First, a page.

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Council accused of criminal leniency

Parents and unions want procedures for banning criminals from the classroom to be reviewed after convicted teachers were allowed to return to school.

They are concerned by the apparent inconsistency and leniency of the conduct tribunals run by England's General Teaching Council. They also believe the Government is passing the council some severe cases of misconduct which should be handled by Charles Clarke, the Education Secretary.

Government guidance says the Secretary of State can place teachers on List 99, banning them from working with children, if they commit sexual offences, serious violence, or misconduct "which indicates a risk to others".

But at least seven teachers convicted of such offences in the past year have been judged instead by the GTC.

These include a teacher who bludgeoned his wife to death, one who indecently assaulted a colleague on a school trip, three who committed violent attacks and two who collected illegal guns. Only Mark Parnham, jailed for six years for manslaughter, received a lifetime ban. Three were given fixed-term suspensions of up to four years and three were allowed to continue teaching.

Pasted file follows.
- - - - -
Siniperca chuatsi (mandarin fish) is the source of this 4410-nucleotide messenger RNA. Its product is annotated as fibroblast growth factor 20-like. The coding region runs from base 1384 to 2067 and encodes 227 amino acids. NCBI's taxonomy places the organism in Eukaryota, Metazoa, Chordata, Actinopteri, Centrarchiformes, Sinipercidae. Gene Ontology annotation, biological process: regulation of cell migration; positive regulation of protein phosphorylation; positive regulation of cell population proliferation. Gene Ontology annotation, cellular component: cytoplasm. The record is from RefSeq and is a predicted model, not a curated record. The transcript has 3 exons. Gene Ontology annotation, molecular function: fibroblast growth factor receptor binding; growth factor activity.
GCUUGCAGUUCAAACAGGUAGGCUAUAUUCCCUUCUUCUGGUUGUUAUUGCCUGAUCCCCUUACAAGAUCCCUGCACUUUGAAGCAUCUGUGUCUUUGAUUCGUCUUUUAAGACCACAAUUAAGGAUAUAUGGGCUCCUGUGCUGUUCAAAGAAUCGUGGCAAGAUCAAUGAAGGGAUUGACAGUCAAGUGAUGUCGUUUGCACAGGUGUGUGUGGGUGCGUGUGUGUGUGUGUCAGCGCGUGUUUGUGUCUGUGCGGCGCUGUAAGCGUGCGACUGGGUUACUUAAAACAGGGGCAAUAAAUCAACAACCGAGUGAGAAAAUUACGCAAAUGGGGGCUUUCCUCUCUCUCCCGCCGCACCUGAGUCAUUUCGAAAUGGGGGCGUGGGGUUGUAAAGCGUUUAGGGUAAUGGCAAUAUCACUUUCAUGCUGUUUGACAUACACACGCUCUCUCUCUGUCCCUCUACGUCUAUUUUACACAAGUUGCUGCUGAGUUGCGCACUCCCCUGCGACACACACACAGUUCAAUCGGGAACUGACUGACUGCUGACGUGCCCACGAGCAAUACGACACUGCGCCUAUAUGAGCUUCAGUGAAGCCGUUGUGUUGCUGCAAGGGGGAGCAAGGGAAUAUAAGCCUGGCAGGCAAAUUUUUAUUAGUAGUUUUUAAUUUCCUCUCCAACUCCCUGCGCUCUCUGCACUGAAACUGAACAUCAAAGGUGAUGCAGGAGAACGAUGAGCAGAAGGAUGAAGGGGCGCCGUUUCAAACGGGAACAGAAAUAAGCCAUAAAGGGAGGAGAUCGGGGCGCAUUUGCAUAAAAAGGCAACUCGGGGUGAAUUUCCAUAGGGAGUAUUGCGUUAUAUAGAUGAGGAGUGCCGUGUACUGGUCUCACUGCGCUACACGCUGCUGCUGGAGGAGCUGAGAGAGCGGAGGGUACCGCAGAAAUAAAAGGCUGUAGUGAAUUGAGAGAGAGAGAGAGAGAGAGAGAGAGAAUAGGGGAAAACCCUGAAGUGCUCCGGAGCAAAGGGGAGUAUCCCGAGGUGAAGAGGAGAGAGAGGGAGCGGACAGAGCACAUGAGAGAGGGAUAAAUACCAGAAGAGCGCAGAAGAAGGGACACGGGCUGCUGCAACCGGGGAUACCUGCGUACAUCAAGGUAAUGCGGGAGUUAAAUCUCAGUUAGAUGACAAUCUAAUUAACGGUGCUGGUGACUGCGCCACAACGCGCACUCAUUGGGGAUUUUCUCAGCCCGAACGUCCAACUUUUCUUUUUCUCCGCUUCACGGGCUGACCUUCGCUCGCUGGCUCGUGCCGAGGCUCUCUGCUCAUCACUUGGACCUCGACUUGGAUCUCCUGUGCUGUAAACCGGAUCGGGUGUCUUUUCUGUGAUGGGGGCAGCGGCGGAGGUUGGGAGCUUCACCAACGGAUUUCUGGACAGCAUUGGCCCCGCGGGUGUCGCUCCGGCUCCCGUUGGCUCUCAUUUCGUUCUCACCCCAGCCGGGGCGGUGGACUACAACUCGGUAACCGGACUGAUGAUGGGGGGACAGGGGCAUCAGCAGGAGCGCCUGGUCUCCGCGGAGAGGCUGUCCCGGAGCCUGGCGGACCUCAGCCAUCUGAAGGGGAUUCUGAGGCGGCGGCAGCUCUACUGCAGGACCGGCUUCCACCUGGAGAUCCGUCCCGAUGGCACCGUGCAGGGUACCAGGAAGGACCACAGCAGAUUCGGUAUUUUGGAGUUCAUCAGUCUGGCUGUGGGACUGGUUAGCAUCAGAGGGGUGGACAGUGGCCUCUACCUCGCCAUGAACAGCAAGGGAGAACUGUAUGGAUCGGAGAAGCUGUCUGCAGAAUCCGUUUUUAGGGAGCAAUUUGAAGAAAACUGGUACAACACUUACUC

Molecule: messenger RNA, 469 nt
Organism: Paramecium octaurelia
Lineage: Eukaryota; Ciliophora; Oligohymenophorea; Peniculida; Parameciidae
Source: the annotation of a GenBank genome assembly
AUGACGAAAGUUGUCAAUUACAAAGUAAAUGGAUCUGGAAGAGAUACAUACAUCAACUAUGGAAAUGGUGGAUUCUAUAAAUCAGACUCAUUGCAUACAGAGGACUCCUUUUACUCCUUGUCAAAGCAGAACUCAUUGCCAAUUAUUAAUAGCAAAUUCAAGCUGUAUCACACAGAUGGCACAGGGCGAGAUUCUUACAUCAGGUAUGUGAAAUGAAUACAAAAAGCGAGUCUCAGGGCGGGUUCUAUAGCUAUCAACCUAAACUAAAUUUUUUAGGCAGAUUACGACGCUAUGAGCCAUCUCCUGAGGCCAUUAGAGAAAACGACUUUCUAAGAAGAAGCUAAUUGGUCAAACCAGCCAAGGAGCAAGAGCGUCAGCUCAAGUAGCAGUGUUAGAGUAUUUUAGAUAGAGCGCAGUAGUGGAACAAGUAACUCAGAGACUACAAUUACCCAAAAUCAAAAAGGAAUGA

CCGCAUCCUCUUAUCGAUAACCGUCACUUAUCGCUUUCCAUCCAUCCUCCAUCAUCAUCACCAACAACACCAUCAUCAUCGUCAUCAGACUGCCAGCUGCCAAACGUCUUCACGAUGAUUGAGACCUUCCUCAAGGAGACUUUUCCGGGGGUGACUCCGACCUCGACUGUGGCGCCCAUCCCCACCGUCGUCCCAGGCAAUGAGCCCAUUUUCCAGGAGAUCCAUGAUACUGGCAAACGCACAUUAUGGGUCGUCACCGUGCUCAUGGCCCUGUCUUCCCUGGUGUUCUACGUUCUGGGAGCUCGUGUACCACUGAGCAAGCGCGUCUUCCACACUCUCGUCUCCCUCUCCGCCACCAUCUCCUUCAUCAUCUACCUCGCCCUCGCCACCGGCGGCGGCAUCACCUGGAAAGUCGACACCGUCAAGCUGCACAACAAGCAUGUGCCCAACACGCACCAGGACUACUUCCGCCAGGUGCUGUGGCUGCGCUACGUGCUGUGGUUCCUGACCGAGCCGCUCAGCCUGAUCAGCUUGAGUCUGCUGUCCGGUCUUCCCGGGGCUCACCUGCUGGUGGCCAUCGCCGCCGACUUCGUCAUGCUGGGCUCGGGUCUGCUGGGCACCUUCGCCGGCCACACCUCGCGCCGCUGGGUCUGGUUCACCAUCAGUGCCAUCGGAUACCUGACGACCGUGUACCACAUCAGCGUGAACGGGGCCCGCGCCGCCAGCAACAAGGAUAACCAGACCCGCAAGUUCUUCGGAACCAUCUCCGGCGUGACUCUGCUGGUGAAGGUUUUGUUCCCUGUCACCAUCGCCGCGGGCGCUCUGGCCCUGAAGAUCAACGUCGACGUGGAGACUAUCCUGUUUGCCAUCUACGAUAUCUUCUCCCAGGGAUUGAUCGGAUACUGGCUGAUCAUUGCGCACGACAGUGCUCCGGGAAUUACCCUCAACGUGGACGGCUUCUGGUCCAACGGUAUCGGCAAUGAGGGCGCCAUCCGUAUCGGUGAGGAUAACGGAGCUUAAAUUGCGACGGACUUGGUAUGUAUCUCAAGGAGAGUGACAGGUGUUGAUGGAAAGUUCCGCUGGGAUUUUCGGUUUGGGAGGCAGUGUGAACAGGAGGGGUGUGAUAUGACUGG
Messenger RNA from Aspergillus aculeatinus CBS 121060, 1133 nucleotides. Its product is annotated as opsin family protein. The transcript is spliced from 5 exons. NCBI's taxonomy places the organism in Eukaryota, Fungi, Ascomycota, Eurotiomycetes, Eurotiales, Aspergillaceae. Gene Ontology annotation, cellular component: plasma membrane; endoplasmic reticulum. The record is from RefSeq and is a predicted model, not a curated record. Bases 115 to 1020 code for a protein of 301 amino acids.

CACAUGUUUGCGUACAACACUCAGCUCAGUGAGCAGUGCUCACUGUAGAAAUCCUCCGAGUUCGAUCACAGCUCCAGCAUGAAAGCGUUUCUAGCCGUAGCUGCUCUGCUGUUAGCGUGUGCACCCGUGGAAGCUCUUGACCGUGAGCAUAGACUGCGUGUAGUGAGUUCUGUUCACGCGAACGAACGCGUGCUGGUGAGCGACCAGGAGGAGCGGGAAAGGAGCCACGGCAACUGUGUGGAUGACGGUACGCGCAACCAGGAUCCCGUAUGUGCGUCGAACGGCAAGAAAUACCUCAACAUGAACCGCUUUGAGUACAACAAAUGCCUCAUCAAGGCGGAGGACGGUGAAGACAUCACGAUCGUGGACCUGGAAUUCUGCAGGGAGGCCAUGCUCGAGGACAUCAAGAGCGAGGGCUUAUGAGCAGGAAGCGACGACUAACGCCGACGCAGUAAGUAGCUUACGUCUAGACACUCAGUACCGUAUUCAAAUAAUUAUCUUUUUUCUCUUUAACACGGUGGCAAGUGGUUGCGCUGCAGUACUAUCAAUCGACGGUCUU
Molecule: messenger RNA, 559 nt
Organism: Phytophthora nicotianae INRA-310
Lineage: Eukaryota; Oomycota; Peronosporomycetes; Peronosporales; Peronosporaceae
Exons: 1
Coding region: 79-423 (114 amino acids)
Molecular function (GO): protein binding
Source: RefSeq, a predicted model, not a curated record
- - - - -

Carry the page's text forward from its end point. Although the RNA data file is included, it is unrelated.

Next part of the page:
John Dunford, the Secondary Heads Association's general secretary, has joined the National Confederation of Parent Teachers Associations in calling for a review. He said: "I have been surprised at how lenient the punishments have been compared to those given by the General Medical Council."

The Department for Education and Skills denied that it passed cases to the GTC incorrectly. Carol Adams, GTC chief executive, defended the rigour of its tribunals.

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